San Antonio vs. Soccer: Thoughts on the World Cup friendly between Mexico and South Korea

courtesy backpagefootball.com

courtesy backpagefootball.com

San Antonio, TX – So the numbers came in for attendance at the Mexico vs. South Korea friendly World Cup warm up played at the Alamodome, Wednesday night.

According to reports the match drew a record 54,313 fans.

There were actually some South Korean supporters in attendance as well.  They were the small clusters of folks wearing red shirts and their inflatable rally sticks they banged together anytime S. Korea had a corner or free kick.  I think they might win the award for the cutest supporters in Brazil …. we will see!

One huge aspect of the game, I had thought would be an issue from the start, was the condition of the natural turf in the dome.  While I am not against playing soccer in a dome, I would expect that it would be on a natural surface where it involves two World Cup bound teams.  Soccer, deserves to be played on a natural grass surface, regardless.

Thankfully, San Antonio did the right thing by having natural grass installed for the match.

However, the way the commentator’s on ESPN made it seem, it was by the behest of the Mexican Federation representatives.  Sadly, this argument is still necessary in America and I’m not surprised it had to be requested for the Alamodome.  I’m sure the prospect of Mexico losing Oribe Peralta to some fake grass in San Antonio, Texas – was not too appealing to the federation.

The pitch, however, was in terrible conditions, again a point the ESPN commentators managed to spend quite a bit of time commenting about.  They used terms like, ‘rock solid’ and ‘bumpy’ to describe the field conditions.  The worst part was the visible seems from the newly laid turf on the field which can be as dangerous as playing on synthetic grass at times.  This was also expressed by Mexico manager, Miguel Herrera, before the game.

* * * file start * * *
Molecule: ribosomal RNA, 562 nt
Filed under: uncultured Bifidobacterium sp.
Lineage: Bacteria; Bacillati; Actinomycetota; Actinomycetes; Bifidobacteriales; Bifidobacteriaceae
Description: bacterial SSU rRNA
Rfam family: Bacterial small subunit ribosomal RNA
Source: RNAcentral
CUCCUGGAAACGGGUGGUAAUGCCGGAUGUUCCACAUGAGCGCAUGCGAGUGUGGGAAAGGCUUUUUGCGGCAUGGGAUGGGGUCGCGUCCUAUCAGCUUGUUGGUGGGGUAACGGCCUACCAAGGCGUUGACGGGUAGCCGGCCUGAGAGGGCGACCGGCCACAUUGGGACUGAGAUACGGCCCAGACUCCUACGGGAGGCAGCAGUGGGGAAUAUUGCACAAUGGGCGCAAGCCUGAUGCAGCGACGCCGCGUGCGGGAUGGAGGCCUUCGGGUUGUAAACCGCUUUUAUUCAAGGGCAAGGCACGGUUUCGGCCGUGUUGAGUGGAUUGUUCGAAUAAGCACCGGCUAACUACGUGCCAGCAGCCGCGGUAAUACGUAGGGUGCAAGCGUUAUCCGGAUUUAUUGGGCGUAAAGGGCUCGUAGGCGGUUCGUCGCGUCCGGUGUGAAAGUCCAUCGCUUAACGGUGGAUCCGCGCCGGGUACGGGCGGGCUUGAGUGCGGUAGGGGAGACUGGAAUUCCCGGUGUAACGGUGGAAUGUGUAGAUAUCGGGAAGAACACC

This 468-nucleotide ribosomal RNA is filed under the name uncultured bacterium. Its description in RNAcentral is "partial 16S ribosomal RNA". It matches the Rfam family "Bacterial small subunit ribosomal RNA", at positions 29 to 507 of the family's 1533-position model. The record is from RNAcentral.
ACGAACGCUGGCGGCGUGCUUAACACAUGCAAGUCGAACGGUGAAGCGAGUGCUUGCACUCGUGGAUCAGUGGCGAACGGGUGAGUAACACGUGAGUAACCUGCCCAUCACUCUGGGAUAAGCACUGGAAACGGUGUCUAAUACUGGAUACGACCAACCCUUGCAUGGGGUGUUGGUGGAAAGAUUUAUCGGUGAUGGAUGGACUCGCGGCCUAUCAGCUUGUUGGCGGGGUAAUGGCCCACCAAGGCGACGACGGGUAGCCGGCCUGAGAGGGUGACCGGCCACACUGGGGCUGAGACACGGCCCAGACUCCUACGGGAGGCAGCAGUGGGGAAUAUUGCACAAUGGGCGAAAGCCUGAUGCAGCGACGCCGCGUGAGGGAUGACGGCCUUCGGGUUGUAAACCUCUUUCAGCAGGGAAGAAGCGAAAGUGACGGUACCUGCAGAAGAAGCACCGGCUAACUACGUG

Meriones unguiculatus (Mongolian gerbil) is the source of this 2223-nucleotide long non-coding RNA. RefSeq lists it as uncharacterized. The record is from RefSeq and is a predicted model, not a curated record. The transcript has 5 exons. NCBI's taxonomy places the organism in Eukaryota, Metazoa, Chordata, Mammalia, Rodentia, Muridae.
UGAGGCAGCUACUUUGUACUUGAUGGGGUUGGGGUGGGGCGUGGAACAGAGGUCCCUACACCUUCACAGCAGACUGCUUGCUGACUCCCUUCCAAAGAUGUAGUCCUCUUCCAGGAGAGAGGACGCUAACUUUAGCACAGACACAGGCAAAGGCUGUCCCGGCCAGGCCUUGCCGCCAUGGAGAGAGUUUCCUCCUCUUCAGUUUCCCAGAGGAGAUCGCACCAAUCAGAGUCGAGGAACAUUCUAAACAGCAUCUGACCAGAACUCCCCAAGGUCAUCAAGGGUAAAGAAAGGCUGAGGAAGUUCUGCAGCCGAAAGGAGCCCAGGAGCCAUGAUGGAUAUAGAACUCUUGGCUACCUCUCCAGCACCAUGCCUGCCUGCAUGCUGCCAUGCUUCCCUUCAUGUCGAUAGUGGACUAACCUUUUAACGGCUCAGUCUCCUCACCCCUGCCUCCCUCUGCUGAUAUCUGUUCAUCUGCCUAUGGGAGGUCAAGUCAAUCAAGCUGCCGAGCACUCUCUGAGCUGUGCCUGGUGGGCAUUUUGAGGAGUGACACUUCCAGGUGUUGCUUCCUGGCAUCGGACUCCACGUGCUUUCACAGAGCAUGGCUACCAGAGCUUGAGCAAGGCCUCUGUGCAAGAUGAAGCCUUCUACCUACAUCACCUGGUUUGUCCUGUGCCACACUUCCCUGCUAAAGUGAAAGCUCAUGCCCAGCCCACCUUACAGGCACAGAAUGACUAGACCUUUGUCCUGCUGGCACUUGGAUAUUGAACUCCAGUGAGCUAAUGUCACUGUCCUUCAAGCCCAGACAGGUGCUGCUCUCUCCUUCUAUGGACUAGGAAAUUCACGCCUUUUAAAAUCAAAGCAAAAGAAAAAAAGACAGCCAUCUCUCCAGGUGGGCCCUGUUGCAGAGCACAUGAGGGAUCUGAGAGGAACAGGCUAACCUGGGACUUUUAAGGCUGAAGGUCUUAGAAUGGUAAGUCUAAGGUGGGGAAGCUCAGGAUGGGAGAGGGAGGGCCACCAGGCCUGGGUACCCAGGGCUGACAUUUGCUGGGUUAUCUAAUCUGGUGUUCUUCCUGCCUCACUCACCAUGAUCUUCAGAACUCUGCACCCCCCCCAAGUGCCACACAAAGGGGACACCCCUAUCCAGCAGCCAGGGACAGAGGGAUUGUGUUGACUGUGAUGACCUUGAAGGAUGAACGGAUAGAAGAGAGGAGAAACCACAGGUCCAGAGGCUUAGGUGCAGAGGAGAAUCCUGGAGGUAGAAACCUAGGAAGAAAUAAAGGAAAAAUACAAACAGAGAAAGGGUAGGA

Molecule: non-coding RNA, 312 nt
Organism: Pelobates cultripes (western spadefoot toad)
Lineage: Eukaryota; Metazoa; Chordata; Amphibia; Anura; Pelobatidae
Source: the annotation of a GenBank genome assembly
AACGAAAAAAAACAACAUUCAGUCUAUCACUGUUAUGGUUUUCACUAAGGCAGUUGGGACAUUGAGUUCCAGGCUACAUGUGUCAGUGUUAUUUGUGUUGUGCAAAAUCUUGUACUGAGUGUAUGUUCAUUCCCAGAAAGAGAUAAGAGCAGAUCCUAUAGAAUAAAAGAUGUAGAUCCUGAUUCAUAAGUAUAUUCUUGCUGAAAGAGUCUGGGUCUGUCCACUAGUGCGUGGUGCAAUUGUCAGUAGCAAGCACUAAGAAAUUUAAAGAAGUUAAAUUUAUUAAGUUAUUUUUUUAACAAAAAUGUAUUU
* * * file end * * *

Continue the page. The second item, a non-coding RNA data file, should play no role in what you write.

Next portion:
So although natural grass was laid, the issue of the field conditions wasn’t addressed properly.  I’d have to say, that was a fail, on the part of San Antonio and the Alamodome.

Also, with the attendance being over 50,000, I only question what that means for San Antonio.  While there is quite enough evidence to suggest San Antonio is a destination for Mexico supporters, I’d like to see the numbers of US born citizens who were in attendance.

From what I understand, there were quite a few.

Of course this is purely anecdotal, but from what I can tell through different social media outlets and comments on local news stories, quite a few San Antonio and Texas natives joined in the festivities.  You may not have been able to notice them, but they were there.

Courtesy Julian Castro via Facebook

Courtesy Julian Castro via Facebook

This is positive for San Antonio, but more importantly, positive for the mayor who continues to court MLS Commissioner Don Garber.

I think it needs to be restated, that people in San Antonio desire soccer and even for the casual fan, are interested in witnessing the spectacle.  I’d say good work on earning a World Cup friendly, but your next project will be to lure the MLS.

San Antonio Struggles To Find Soccer Identity

Pro soccer is on the way to San Antonio and long time soccer fans might be getting two teams to support.  But, will this cause a crisis in soccer identity?